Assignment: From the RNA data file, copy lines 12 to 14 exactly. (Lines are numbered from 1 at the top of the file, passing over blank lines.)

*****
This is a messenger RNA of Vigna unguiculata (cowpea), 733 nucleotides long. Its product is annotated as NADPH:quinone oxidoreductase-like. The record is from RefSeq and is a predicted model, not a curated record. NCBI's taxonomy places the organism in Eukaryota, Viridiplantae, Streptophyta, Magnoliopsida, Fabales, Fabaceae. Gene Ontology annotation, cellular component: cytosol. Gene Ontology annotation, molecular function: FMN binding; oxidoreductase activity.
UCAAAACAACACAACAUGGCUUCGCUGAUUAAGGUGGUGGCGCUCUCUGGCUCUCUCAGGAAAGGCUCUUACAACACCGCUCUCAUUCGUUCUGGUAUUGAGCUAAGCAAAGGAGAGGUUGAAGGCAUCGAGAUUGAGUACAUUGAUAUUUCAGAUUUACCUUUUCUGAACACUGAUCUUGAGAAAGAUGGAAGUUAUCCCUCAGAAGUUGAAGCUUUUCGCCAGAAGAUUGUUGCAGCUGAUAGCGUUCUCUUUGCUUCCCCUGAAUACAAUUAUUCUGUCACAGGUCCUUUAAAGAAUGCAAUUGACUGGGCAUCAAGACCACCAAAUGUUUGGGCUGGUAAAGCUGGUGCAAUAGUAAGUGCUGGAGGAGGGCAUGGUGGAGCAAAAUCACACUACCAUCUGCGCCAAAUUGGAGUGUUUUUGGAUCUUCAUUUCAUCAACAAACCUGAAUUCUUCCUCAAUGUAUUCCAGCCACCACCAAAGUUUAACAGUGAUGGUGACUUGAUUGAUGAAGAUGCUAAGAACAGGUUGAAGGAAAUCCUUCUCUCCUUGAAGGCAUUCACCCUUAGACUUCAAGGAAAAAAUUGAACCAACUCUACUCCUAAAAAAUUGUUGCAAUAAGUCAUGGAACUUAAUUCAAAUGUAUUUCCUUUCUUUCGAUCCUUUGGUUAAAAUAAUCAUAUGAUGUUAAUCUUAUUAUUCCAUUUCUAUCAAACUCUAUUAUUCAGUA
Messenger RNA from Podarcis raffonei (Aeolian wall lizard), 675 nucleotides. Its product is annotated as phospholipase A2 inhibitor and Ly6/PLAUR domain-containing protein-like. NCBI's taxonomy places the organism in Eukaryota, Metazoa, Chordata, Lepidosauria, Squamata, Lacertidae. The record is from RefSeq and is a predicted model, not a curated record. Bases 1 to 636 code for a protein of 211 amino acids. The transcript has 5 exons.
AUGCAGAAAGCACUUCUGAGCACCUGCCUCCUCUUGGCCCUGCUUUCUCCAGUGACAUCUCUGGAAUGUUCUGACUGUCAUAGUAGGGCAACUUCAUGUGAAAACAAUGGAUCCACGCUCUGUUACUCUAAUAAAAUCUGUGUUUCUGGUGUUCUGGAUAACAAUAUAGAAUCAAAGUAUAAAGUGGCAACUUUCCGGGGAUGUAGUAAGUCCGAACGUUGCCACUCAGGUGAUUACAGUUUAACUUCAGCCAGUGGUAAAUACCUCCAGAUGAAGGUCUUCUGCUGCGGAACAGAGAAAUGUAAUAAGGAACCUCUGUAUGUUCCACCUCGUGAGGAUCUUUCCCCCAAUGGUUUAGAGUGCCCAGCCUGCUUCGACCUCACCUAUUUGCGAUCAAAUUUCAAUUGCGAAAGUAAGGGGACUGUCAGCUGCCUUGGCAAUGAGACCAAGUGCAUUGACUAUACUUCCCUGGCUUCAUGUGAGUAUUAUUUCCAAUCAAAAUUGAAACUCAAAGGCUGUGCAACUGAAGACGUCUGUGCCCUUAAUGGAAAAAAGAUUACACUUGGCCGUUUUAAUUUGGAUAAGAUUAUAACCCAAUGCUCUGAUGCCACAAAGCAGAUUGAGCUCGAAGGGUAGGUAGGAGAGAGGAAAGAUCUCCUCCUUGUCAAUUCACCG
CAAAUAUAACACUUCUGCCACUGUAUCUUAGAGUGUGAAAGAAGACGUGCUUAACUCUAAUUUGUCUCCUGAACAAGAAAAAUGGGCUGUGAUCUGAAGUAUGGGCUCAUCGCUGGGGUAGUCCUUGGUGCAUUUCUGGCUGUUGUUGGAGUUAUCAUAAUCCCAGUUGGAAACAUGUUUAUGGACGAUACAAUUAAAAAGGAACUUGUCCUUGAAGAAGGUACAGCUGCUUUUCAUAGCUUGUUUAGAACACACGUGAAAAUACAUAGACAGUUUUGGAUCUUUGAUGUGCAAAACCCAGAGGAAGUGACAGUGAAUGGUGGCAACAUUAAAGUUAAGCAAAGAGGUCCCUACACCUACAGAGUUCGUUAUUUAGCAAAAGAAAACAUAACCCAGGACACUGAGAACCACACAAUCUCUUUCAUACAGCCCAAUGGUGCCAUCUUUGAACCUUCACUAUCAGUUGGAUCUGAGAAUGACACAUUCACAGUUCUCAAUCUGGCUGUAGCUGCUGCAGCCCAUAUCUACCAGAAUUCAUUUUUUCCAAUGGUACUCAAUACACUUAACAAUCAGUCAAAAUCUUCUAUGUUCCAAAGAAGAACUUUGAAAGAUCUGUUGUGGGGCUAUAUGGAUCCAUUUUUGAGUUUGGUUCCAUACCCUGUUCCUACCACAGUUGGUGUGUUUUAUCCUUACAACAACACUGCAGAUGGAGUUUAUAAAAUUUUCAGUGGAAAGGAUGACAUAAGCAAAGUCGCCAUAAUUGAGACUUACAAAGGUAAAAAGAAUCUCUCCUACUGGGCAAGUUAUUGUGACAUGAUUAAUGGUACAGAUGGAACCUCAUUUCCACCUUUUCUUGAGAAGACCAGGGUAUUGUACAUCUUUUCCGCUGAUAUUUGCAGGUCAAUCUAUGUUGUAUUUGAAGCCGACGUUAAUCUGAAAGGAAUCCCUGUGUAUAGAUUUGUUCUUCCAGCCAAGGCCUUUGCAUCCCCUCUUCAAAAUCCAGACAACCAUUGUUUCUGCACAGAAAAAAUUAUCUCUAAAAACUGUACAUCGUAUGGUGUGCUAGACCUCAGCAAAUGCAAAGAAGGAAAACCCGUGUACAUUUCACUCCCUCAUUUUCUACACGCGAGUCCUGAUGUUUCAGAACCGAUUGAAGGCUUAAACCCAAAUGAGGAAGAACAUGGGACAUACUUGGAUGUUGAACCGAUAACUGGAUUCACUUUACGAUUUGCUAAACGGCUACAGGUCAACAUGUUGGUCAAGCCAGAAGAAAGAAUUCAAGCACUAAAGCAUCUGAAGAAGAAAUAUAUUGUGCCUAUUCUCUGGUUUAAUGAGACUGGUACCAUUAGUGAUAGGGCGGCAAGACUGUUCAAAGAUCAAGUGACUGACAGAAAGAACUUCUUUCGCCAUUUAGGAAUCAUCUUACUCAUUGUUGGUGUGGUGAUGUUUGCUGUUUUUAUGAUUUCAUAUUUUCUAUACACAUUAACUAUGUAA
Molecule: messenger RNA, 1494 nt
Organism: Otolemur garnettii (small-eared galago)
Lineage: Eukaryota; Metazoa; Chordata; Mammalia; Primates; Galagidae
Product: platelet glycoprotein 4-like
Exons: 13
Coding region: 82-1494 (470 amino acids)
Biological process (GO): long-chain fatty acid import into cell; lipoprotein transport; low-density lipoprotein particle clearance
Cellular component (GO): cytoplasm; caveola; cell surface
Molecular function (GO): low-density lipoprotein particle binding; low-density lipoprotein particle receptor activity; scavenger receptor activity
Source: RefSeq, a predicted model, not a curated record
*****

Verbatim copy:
Biological process (GO): long-chain fatty acid import into cell; lipoprotein transport; low-density lipoprotein particle clearance
Cellular component (GO): cytoplasm; caveola; cell surface
Molecular function (GO): low-density lipoprotein particle binding; low-density lipoprotein particle receptor activity; scavenger receptor activity